of people have found that they need to maintain written
        documentation of project work, to demonstrate that they've followed
        the process. It turns out that most reasonable auditors will accept
        quite "light" documentation in this regard: You can save and file
        the User Story cards, when finished (instead of tearing them up).
        Hand-written notes for meetings, showing date, time, list of
        attendees, and a brief note on the topic or purpose of the meeting
        suffice. (Like, "Weekly planning meeting; entire team except Joe
        present." (Joe was on vacation that week.)) Many other CMM
        auditing requirements can be met with similarly light, quick and
        cheap approaches.

        > Also, do any you know of any examples of organizations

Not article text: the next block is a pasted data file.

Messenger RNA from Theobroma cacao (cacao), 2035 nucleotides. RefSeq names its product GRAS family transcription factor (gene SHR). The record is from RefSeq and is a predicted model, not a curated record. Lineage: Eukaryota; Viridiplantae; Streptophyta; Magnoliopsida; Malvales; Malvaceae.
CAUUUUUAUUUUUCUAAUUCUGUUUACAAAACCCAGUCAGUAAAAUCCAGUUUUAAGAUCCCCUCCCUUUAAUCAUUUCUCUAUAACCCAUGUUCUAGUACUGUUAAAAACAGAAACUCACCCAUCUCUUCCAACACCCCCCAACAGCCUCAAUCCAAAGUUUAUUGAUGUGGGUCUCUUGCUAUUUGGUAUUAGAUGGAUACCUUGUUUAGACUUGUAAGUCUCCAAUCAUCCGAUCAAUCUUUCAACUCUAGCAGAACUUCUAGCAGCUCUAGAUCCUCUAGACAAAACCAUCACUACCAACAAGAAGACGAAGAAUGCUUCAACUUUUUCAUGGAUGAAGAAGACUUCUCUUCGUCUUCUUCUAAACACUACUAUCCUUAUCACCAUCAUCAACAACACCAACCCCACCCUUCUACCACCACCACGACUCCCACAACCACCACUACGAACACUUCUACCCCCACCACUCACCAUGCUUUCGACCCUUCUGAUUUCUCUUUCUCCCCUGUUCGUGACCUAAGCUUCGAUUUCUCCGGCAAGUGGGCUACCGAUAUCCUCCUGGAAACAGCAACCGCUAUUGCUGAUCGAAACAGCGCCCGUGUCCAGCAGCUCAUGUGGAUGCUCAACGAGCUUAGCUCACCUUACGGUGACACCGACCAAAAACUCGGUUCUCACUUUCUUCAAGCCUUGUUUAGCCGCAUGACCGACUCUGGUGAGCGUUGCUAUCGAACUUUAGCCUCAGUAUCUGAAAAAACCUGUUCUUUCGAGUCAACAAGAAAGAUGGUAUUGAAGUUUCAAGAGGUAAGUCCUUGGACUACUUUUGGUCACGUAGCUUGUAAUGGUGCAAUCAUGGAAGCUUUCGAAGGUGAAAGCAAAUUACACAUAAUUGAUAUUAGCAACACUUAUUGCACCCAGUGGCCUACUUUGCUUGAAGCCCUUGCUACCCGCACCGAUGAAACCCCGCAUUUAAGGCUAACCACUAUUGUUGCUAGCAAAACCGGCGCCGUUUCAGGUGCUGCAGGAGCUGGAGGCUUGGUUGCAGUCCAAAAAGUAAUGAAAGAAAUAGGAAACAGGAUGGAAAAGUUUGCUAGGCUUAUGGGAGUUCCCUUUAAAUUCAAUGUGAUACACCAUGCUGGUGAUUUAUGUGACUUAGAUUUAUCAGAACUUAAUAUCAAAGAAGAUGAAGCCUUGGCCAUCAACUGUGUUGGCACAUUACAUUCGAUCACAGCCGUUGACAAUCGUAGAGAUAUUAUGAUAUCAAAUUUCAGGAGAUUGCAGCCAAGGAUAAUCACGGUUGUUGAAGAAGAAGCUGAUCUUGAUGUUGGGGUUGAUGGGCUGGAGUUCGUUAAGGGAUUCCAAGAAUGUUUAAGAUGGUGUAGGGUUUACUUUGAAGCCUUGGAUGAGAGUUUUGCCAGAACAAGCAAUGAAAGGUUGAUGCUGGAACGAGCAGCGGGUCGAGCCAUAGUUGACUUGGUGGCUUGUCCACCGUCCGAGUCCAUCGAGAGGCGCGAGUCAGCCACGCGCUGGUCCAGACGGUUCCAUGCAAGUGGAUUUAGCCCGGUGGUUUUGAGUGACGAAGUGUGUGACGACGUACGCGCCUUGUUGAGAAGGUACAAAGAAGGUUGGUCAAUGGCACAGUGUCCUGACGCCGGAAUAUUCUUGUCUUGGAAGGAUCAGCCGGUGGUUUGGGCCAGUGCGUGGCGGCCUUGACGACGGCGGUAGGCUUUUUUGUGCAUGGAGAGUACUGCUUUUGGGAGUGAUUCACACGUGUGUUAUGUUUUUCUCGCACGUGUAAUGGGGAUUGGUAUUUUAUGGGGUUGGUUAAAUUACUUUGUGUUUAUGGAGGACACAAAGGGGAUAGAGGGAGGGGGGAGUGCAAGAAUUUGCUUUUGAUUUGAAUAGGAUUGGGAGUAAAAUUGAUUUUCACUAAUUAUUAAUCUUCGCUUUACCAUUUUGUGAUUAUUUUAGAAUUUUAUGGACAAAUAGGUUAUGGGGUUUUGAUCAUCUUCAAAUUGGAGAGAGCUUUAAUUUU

> that have reached the higher echelons of CMMI using agile
        > methods? [...]

        CMM levels above 3 seem to require strong cross-company support and
        investment. It seems that XP teams and philosophies could support
        such efforts, but they're really outside of the scope of XP and most
        other software development methodologies: At the top levels,
        they're issues of how you run your business.

        The March 2001 issue of CIO magazine had a very interesting article
        about CMM. The article pretty much assumes that all the claimed
        benefits of CMM are true, but goes on to describe how many vendor's
        claims of CMM levels are misleading, and even fraudulent. "Buyer
        Beware!"

        http://www.cio.com/archive/030104/cmm.html


        > Finally, this programmer brought up the question of
        > ISO 9001, which he says can place a premium on
        > documentation as a means to ensure that quality
        > management processes or controls are in place. [...]

        I think you'll hit similar issues there. But I must too plead
        ignorance of ISO 900x. I've done CMM work, but not ISO 900x work.